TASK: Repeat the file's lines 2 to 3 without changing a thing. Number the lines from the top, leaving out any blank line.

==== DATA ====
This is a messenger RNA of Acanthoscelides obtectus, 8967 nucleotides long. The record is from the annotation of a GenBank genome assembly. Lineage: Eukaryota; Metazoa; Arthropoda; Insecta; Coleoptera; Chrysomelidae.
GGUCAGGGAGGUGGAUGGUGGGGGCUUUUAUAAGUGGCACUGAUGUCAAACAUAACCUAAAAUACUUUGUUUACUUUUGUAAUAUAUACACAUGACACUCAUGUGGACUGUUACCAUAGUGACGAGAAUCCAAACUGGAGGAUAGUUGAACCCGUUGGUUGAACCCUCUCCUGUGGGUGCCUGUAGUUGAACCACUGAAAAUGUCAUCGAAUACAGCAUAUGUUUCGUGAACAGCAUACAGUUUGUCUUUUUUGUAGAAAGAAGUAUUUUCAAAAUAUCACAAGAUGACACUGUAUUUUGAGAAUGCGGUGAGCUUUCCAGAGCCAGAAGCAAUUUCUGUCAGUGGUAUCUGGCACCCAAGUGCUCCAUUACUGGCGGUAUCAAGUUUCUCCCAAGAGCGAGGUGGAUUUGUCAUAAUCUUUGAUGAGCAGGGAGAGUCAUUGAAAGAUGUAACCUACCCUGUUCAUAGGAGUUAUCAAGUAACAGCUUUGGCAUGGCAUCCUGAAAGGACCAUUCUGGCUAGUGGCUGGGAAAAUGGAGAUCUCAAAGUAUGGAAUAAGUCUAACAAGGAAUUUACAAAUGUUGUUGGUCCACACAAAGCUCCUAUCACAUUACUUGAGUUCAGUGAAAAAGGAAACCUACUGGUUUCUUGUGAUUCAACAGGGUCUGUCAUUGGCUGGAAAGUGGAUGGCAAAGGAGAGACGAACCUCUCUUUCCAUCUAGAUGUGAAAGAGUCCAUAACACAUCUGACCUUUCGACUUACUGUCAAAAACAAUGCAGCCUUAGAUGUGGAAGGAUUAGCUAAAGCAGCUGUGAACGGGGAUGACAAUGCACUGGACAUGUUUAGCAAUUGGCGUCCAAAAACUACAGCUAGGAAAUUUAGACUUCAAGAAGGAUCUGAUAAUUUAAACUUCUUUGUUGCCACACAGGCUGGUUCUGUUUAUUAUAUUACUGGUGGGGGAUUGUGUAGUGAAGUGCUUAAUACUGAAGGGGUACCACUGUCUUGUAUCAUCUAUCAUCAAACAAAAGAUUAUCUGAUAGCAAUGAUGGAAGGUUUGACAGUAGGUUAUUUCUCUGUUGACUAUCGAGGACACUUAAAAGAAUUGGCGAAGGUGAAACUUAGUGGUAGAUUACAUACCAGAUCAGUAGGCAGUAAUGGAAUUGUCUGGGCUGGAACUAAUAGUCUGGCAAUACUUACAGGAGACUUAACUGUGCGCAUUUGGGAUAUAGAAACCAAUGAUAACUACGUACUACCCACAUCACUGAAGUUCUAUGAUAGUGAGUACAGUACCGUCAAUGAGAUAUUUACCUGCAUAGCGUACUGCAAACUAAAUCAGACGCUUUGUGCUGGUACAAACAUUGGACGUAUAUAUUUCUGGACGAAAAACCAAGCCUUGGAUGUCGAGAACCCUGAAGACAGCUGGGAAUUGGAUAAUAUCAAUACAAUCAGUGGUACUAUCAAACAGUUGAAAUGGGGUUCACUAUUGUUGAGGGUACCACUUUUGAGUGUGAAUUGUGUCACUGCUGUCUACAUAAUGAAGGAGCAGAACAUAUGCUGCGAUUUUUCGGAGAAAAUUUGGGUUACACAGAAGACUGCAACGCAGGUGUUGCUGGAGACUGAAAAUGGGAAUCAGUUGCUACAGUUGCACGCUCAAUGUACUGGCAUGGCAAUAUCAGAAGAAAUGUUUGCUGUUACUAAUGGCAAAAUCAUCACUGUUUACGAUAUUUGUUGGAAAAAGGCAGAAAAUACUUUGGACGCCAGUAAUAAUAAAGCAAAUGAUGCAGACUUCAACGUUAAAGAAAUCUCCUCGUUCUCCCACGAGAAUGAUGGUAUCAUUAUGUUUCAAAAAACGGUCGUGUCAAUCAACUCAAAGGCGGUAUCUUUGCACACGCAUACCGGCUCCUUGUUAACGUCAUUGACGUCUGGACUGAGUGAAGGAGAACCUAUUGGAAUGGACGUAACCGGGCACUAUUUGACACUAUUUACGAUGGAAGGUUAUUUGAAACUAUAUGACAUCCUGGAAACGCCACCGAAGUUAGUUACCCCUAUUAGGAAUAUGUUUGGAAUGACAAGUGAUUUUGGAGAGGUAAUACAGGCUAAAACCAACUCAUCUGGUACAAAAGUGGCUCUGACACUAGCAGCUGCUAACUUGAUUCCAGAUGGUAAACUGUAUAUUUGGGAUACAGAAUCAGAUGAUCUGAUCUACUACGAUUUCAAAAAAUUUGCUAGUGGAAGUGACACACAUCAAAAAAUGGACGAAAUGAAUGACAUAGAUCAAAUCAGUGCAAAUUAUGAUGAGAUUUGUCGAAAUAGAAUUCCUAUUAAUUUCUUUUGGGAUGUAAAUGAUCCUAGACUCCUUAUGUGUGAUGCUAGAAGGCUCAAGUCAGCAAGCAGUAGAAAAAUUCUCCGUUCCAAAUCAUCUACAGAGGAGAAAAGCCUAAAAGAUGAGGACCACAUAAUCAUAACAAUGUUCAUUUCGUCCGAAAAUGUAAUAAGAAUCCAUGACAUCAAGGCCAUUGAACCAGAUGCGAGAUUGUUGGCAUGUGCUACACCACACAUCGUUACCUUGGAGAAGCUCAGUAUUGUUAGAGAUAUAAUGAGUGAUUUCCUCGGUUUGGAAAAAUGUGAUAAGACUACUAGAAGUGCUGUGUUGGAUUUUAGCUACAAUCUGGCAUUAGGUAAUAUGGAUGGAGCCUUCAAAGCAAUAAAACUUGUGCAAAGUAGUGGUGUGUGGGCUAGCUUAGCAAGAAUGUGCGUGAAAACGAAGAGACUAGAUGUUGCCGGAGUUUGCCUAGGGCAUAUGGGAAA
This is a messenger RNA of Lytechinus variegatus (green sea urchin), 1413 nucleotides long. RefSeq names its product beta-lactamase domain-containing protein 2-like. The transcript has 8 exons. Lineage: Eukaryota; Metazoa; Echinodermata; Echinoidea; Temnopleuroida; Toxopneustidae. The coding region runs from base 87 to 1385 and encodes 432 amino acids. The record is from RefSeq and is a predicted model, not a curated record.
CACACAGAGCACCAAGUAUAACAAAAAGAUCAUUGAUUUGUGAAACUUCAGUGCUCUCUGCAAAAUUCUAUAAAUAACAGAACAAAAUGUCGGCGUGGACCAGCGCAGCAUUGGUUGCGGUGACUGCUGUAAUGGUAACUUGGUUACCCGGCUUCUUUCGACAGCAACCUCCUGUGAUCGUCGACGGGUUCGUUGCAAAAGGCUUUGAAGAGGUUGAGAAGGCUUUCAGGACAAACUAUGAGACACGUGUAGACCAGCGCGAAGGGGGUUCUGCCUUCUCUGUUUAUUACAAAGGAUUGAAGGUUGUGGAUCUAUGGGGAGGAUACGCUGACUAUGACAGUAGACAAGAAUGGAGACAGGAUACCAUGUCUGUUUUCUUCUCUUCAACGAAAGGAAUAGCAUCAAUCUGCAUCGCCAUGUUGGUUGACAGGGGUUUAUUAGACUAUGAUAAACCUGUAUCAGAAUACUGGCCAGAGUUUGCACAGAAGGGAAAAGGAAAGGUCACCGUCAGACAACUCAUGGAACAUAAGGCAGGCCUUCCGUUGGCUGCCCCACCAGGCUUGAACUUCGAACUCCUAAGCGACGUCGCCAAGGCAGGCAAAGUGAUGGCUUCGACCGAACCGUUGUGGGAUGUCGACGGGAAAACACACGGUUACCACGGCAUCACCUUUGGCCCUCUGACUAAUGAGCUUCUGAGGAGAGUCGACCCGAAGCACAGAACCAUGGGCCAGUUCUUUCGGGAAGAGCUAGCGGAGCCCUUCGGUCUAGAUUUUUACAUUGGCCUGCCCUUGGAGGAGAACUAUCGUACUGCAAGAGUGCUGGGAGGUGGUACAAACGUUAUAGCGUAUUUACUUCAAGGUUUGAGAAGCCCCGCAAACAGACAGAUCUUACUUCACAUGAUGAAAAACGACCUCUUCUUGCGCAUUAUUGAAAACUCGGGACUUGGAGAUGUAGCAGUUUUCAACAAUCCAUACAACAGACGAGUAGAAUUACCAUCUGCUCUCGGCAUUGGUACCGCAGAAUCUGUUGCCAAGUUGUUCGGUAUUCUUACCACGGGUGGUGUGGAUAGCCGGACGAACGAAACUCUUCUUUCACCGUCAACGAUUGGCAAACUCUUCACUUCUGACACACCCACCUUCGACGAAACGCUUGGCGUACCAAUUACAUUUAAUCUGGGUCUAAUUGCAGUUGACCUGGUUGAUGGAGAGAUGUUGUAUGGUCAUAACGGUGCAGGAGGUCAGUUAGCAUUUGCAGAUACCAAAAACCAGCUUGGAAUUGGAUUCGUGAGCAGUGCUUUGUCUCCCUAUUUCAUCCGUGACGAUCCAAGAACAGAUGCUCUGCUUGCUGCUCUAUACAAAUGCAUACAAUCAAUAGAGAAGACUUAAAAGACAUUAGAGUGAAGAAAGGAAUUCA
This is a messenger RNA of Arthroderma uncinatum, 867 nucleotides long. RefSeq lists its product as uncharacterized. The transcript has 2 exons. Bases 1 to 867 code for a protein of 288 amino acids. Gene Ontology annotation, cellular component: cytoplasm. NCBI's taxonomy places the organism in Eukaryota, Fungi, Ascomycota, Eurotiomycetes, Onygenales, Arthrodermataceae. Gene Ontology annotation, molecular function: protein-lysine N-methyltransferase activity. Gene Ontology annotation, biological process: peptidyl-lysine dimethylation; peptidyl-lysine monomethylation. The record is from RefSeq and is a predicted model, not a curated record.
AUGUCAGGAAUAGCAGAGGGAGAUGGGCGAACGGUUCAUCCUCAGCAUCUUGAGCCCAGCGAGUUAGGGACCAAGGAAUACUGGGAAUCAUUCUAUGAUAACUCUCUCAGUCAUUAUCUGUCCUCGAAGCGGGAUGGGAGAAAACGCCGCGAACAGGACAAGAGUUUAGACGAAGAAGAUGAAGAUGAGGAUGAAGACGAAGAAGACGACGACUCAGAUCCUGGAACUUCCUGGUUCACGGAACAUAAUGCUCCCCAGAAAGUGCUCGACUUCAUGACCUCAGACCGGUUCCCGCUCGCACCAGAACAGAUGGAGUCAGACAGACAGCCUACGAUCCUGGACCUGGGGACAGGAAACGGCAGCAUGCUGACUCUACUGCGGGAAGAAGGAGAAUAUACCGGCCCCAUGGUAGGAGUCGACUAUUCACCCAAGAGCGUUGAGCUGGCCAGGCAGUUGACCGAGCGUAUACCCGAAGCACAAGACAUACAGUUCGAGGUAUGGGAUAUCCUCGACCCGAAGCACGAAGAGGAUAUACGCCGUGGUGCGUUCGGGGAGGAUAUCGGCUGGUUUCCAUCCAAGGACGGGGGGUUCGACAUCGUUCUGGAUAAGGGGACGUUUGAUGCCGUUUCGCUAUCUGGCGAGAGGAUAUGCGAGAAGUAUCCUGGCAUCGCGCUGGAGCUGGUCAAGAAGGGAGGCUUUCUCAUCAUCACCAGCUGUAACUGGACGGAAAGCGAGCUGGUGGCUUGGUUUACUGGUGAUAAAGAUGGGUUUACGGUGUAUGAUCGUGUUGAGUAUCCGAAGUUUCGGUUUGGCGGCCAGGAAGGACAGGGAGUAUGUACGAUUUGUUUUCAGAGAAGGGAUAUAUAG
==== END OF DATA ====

GGUCAGGGAGGUGGAUGGUGGGGGCUUUUAUAAGUGGCACUGAUGUCAAACAUAACCUAAAAUACUUUGUUUACUUUUGUAAUAUAUACACAUGACACUCAUGUGGACUGUUACCAUAGUGACGAGAAUCCAAACUGGAGGAUAGUUGAACCCGUUGGUUGAACCCUCUCCUGUGGGUGCCUGUAGUUGAACCACUGAAAAUGUCAUCGAAUACAGCAUAUGUUUCGUGAACAGCAUACAGUUUGUCUUUUUUGUAGAAAGAAGUAUUUUCAAAAUAUCACAAGAUGACACUGUAUUUUGAGAAUGCGGUGAGCUUUCCAGAGCCAGAAGCAAUUUCUGUCAGUGGUAUCUGGCACCCAAGUGCUCCAUUACUGGCGGUAUCAAGUUUCUCCCAAGAGCGAGGUGGAUUUGUCAUAAUCUUUGAUGAGCAGGGAGAGUCAUUGAAAGAUGUAACCUACCCUGUUCAUAGGAGUUAUCAAGUAACAGCUUUGGCAUGGCAUCCUGAAAGGACCAUUCUGGCUAGUGGCUGGGAAAAUGGAGAUCUCAAAGUAUGGAAUAAGUCUAACAAGGAAUUUACAAAUGUUGUUGGUCCACACAAAGCUCCUAUCACAUUACUUGAGUUCAGUGAAAAAGGAAACCUACUGGUUUCUUGUGAUUCAACAGGGUCUGUCAUUGGCUGGAAAGUGGAUGGCAAAGGAGAGACGAACCUCUCUUUCCAUCUAGAUGUGAAAGAGUCCAUAACACAUCUGACCUUUCGACUUACUGUCAAAAACAAUGCAGCCUUAGAUGUGGAAGGAUUAGCUAAAGCAGCUGUGAACGGGGAUGACAAUGCACUGGACAUGUUUAGCAAUUGGCGUCCAAAAACUACAGCUAGGAAAUUUAGACUUCAAGAAGGAUCUGAUAAUUUAAACUUCUUUGUUGCCACACAGGCUGGUUCUGUUUAUUAUAUUACUGGUGGGGGAUUGUGUAGUGAAGUGCUUAAUACUGAAGGGGUACCACUGUCUUGUAUCAUCUAUCAUCAAACAAAAGAUUAUCUGAUAGCAAUGAUGGAAGGUUUGACAGUAGGUUAUUUCUCUGUUGACUAUCGAGGACACUUAAAAGAAUUGGCGAAGGUGAAACUUAGUGGUAGAUUACAUACCAGAUCAGUAGGCAGUAAUGGAAUUGUCUGGGCUGGAACUAAUAGUCUGGCAAUACUUACAGGAGACUUAACUGUGCGCAUUUGGGAUAUAGAAACCAAUGAUAACUACGUACUACCCACAUCACUGAAGUUCUAUGAUAGUGAGUACAGUACCGUCAAUGAGAUAUUUACCUGCAUAGCGUACUGCAAACUAAAUCAGACGCUUUGUGCUGGUACAAACAUUGGACGUAUAUAUUUCUGGACGAAAAACCAAGCCUUGGAUGUCGAGAACCCUGAAGACAGCUGGGAAUUGGAUAAUAUCAAUACAAUCAGUGGUACUAUCAAACAGUUGAAAUGGGGUUCACUAUUGUUGAGGGUACCACUUUUGAGUGUGAAUUGUGUCACUGCUGUCUACAUAAUGAAGGAGCAGAACAUAUGCUGCGAUUUUUCGGAGAAAAUUUGGGUUACACAGAAGACUGCAACGCAGGUGUUGCUGGAGACUGAAAAUGGGAAUCAGUUGCUACAGUUGCACGCUCAAUGUACUGGCAUGGCAAUAUCAGAAGAAAUGUUUGCUGUUACUAAUGGCAAAAUCAUCACUGUUUACGAUAUUUGUUGGAAAAAGGCAGAAAAUACUUUGGACGCCAGUAAUAAUAAAGCAAAUGAUGCAGACUUCAACGUUAAAGAAAUCUCCUCGUUCUCCCACGAGAAUGAUGGUAUCAUUAUGUUUCAAAAAACGGUCGUGUCAAUCAACUCAAAGGCGGUAUCUUUGCACACGCAUACCGGCUCCUUGUUAACGUCAUUGACGUCUGGACUGAGUGAAGGAGAACCUAUUGGAAUGGACGUAACCGGGCACUAUUUGACACUAUUUACGAUGGAAGGUUAUUUGAAACUAUAUGACAUCCUGGAAACGCCACCGAAGUUAGUUACCCCUAUUAGGAAUAUGUUUGGAAUGACAAGUGAUUUUGGAGAGGUAAUACAGGCUAAAACCAACUCAUCUGGUACAAAAGUGGCUCUGACACUAGCAGCUGCUAACUUGAUUCCAGAUGGUAAACUGUAUAUUUGGGAUACAGAAUCAGAUGAUCUGAUCUACUACGAUUUCAAAAAAUUUGCUAGUGGAAGUGACACACAUCAAAAAAUGGACGAAAUGAAUGACAUAGAUCAAAUCAGUGCAAAUUAUGAUGAGAUUUGUCGAAAUAGAAUUCCUAUUAAUUUCUUUUGGGAUGUAAAUGAUCCUAGACUCCUUAUGUGUGAUGCUAGAAGGCUCAAGUCAGCAAGCAGUAGAAAAAUUCUCCGUUCCAAAUCAUCUACAGAGGAGAAAAGCCUAAAAGAUGAGGACCACAUAAUCAUAACAAUGUUCAUUUCGUCCGAAAAUGUAAUAAGAAUCCAUGACAUCAAGGCCAUUGAACCAGAUGCGAGAUUGUUGGCAUGUGCUACACCACACAUCGUUACCUUGGAGAAGCUCAGUAUUGUUAGAGAUAUAAUGAGUGAUUUCCUCGGUUUGGAAAAAUGUGAUAAGACUACUAGAAGUGCUGUGUUGGAUUUUAGCUACAAUCUGGCAUUAGGUAAUAUGGAUGGAGCCUUCAAAGCAAUAAAACUUGUGCAAAGUAGUGGUGUGUGGGCUAGCUUAGCAAGAAUGUGCGUGAAAACGAAGAGACUAGAUGUUGCCGGAGUUUGCCUAGGGCAUAUGGGAAA
This is a messenger RNA of Lytechinus variegatus (green sea urchin), 1413 nucleotides long. RefSeq names its product beta-lactamase domain-containing protein 2-like. The transcript has 8 exons. Lineage: Eukaryota; Metazoa; Echinodermata; Echinoidea; Temnopleuroida; Toxopneustidae. The coding region runs from base 87 to 1385 and encodes 432 amino acids. The record is from RefSeq and is a predicted model, not a curated record.